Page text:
- What medical tests they will have, if any, and how often
- What information will be gathered
Every doctor or research center that takes part in the trial uses the same
protocol. This ensures that patients are treated identically, and that
information from all the participating centers (if there are more than
one) can be combined and compared.
Who Sponsors Clinical Trials?
Clinical trials are sponsored by organizations or individuals who are seeking
better treatments for cancer or better ways to prevent or detect cancer.
Individual physicians at cancer centers and other medical institutions
can sponsor clinical trials themselves.
The National Cancer Institute (NCI) sponsors a large number of clinical
trials. The NCI has a number of programs designed to make clinical trials
widely available in the United States. Thousands of investigators at over
a thousand sites participate in various aspects of NCI's clinical
trials program. These include:
Cancer Center Program: About 60 research-oriented institutions have been designated as an NCI
Comprehensive or Clinical Cancer Center for their scientific excellence.
The centers are key partners in the NCI's efforts to bring the benefits
of clinical research directly to you. Located throughout the country,
they play an important role in cancer research, delivery of the highest
quality cancer care, and outreach and education for the public and professionals.
Cooperative Clinical Trials Program: This program brings together groups of researchers, cancer centers, and
community physicians into a national NCI-supported network. The network
consists of a number of Cooperative Groups that seek to define the key
unanswered questions in cancer and then conduct high-quality clinical
trials at many sites around the country to answer these questions. The
Cooperative Groups enroll about 20,000 new patients in treatment trials
each year. Important Phase III trials run by the Cooperative Groups help
establish the state-of-the-art for cancer therapy. Additionally, the Groups
perform large cancer prevention trials.
The National Cancer Institute Community Oncology Research Program: This program makes clinical trials available in a large number of local
communities in the United States by linking community physicians with
researchers in cancer centers. Local hospitals throughout the country
affiliate with a cancer center or a Community Oncology Research Program.
This enables doctors to offer people participation in clinical trials
more easily, without having to travel long distances or leave their usual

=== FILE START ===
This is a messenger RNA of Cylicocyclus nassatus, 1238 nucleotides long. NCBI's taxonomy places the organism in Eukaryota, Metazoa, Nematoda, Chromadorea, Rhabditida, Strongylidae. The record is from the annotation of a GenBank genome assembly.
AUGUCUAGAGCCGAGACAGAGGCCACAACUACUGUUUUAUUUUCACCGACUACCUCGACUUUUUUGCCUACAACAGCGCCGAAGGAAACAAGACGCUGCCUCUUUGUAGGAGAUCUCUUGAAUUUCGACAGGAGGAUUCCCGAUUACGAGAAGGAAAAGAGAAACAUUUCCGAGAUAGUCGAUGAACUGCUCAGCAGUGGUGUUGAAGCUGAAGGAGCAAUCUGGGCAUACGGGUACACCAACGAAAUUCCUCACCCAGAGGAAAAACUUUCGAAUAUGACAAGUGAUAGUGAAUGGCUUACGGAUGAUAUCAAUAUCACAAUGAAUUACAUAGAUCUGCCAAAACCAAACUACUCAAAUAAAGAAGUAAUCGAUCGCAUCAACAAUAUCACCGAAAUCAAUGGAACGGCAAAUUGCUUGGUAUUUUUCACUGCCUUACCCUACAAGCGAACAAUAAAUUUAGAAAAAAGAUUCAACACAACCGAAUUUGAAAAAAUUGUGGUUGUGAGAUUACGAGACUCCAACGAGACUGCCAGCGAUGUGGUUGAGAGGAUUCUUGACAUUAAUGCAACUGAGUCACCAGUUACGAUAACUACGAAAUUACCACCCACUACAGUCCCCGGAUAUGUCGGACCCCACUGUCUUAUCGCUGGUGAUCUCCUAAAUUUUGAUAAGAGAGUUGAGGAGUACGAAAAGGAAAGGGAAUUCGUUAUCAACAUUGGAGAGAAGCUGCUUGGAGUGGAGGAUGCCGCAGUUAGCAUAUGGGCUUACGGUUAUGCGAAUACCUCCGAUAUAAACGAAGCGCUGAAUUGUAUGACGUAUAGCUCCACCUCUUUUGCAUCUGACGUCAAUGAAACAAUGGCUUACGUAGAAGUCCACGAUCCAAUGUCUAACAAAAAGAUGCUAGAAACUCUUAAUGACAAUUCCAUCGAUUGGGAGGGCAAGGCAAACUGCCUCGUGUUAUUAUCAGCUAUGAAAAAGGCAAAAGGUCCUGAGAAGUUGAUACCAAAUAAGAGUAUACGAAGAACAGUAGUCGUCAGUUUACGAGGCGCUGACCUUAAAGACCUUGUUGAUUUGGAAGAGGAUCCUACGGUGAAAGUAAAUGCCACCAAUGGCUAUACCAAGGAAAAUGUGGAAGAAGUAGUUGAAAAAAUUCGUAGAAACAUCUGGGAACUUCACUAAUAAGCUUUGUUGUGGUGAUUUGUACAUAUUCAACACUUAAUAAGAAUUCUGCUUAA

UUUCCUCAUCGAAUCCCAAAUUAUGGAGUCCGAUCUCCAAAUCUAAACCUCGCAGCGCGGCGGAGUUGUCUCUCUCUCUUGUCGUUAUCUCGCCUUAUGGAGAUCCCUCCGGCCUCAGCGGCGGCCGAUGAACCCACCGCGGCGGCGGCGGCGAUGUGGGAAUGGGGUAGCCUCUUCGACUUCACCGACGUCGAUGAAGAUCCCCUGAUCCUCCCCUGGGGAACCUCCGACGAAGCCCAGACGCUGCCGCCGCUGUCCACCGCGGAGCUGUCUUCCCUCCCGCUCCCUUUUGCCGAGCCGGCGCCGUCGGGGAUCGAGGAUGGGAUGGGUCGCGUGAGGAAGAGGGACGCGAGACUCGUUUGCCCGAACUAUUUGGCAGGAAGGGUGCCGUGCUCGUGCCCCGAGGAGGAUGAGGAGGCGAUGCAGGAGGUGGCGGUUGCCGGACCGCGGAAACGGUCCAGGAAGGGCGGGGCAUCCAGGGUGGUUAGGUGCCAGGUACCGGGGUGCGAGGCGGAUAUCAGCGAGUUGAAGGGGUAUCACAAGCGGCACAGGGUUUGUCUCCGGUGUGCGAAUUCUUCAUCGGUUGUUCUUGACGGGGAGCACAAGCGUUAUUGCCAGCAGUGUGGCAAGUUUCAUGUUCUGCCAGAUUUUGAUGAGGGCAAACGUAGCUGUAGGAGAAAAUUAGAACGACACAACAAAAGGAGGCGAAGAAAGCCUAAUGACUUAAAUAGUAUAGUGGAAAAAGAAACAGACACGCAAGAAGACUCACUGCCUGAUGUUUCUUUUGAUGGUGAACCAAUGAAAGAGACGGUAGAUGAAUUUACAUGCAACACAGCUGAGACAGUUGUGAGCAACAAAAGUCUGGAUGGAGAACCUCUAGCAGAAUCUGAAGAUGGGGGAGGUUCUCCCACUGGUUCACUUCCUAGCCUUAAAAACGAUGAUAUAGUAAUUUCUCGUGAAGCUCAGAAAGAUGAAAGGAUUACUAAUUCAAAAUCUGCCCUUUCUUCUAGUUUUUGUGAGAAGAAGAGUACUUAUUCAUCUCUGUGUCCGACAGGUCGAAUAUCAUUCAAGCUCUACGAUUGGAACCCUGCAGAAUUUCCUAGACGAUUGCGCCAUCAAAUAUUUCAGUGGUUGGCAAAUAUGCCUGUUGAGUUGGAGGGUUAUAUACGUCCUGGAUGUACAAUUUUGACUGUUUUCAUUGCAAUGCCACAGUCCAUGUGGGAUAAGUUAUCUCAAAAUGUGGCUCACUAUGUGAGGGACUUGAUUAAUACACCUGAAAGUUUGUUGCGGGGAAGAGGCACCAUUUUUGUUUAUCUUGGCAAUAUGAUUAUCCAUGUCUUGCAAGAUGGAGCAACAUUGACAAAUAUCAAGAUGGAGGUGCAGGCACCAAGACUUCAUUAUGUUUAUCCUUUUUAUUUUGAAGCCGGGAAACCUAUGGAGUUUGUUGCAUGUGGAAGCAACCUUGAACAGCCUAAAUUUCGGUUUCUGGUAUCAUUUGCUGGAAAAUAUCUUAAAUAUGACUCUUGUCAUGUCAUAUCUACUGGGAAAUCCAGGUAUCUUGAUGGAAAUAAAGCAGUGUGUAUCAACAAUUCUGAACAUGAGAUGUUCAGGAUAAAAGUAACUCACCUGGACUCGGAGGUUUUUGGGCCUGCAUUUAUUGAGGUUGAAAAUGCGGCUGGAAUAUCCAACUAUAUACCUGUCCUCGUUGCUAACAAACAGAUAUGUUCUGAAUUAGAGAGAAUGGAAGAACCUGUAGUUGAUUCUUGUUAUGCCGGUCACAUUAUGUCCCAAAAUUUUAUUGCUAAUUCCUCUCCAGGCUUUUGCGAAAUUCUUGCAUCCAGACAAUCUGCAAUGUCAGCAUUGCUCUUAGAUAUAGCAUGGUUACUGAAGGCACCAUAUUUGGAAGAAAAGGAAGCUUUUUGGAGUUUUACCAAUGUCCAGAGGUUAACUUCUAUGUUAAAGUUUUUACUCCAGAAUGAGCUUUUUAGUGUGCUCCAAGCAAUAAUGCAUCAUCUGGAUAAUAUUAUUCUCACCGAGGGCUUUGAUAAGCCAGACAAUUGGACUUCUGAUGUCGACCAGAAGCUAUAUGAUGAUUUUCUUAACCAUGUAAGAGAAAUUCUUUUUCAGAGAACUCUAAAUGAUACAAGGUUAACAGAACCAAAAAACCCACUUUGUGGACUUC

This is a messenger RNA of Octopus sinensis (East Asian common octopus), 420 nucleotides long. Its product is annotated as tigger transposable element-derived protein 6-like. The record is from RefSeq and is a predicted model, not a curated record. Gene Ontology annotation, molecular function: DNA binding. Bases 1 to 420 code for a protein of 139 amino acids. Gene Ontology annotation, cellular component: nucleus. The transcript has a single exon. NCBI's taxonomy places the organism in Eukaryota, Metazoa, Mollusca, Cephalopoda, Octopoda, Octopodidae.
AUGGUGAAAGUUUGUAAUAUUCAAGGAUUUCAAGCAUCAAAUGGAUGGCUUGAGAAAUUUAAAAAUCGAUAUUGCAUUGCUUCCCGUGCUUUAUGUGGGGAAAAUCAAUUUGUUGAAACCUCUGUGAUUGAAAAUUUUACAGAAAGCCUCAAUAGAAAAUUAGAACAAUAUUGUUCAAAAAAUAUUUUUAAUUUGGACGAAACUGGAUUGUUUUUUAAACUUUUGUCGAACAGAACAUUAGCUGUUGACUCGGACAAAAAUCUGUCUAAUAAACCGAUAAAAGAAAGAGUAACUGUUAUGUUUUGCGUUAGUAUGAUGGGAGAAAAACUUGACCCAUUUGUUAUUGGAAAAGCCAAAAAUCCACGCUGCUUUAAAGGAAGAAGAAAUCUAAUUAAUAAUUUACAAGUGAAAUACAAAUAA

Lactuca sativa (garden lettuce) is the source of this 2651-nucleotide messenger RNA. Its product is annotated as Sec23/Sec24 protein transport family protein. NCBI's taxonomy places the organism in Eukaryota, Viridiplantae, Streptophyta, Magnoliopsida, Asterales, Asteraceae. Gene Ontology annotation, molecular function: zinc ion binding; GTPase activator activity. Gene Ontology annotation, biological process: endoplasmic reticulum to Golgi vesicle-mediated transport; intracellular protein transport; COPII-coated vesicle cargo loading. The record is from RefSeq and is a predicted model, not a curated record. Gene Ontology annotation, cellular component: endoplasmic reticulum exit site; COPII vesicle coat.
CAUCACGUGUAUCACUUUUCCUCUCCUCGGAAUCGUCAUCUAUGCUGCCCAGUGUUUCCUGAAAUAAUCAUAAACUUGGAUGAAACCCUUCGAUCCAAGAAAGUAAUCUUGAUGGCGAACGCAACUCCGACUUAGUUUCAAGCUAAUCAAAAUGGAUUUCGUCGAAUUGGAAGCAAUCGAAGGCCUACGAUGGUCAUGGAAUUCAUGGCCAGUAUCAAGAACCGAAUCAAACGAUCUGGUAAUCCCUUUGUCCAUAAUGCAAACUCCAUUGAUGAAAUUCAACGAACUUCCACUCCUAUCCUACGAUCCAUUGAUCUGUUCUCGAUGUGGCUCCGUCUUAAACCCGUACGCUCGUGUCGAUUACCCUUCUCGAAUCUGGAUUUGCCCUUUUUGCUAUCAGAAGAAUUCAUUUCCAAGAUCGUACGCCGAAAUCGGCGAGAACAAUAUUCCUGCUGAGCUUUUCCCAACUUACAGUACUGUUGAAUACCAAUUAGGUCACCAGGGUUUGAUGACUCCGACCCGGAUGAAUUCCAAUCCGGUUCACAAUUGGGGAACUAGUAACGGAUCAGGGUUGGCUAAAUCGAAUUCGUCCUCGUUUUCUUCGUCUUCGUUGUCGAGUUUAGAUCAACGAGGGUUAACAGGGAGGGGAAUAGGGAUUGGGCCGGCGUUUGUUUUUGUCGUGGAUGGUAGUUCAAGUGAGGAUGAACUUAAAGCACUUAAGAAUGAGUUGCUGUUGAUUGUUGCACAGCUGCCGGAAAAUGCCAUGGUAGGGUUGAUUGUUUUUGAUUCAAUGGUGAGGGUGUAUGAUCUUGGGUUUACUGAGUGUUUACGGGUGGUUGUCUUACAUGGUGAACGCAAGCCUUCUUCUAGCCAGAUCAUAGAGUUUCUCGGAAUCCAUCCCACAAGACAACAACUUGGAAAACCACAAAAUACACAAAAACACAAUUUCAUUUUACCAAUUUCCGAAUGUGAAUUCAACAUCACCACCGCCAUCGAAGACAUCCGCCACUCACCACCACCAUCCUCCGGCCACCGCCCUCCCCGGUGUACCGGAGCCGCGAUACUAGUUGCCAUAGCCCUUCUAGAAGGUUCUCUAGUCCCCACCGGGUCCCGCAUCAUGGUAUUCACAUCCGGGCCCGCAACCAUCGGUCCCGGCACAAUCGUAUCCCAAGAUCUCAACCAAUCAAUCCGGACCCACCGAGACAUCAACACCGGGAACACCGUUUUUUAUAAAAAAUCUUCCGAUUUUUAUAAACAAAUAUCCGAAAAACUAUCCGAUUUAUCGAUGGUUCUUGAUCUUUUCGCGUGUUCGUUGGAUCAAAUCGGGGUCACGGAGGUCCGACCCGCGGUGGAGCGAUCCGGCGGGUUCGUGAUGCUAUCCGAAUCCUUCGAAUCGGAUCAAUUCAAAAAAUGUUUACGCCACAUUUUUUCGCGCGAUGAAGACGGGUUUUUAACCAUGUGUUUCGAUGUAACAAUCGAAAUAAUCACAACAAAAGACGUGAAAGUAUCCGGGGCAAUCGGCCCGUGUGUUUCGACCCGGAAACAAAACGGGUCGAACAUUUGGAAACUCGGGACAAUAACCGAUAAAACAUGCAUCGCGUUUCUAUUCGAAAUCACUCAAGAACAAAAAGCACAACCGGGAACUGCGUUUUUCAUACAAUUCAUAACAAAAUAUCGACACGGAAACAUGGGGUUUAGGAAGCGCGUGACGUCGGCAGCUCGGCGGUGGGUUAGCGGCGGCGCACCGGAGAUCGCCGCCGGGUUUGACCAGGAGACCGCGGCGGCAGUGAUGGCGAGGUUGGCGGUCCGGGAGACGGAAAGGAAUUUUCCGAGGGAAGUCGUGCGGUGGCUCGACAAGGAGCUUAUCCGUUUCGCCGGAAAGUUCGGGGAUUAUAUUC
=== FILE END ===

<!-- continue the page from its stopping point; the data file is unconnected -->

caregivers. Several of these programs focus on encouraging minority populations
to participate in trials. The Nevada Cancer Research Foundation (NCRF)
NCI Community Oncology Research Program has been funded by the National
Cancer Institute since 1994. The LHMCC has been a part of a community
clinical oncology program since 2007.
Should I take part in a Clinical Trial?
Only you can make the decision about whether or not to participate in a
clinical trial. Before making your decision, you should:
- Learn as much as possible about your disease and the trials that are available to you.
- Talk to your doctor/or nurse, family members and friends to help you determine
what is right for you.
What are the potential risks and benefits of Clinical Trials?
Potential benefits include:
- Health care provided by leading physicians in the field of cancer research.
- Access to new drugs and interventions before they are widely available.
- Close monitoring of your health care and any side effects.
- A more active role in your own health care.
- If the approach being studied is found to be helpful, you may be among
the first to benefit.
- An opportunity to make a valuable contribution to cancer research.
The potential risks include:
- New drugs and procedures may have side effects or risks unknown to the doctors.
- New drugs and procedures may be ineffective, or less effective, than current
- Even if a new approach has benefits, it may not work for you.
How are Participants Protected?
The government has a system designed to protect human research subjects.
Before a government-funded clinical trial can begin, the trial plan (also
called a protocol) must be approved. During the trial, review committees
make sure that the plan is being followed and participants are being protected.
Regulations require the researchers performing studies to thoroughly inform
patients about a study's treatment, tests, their possible benefits,
and potential risks before a patient decides whether or not to participate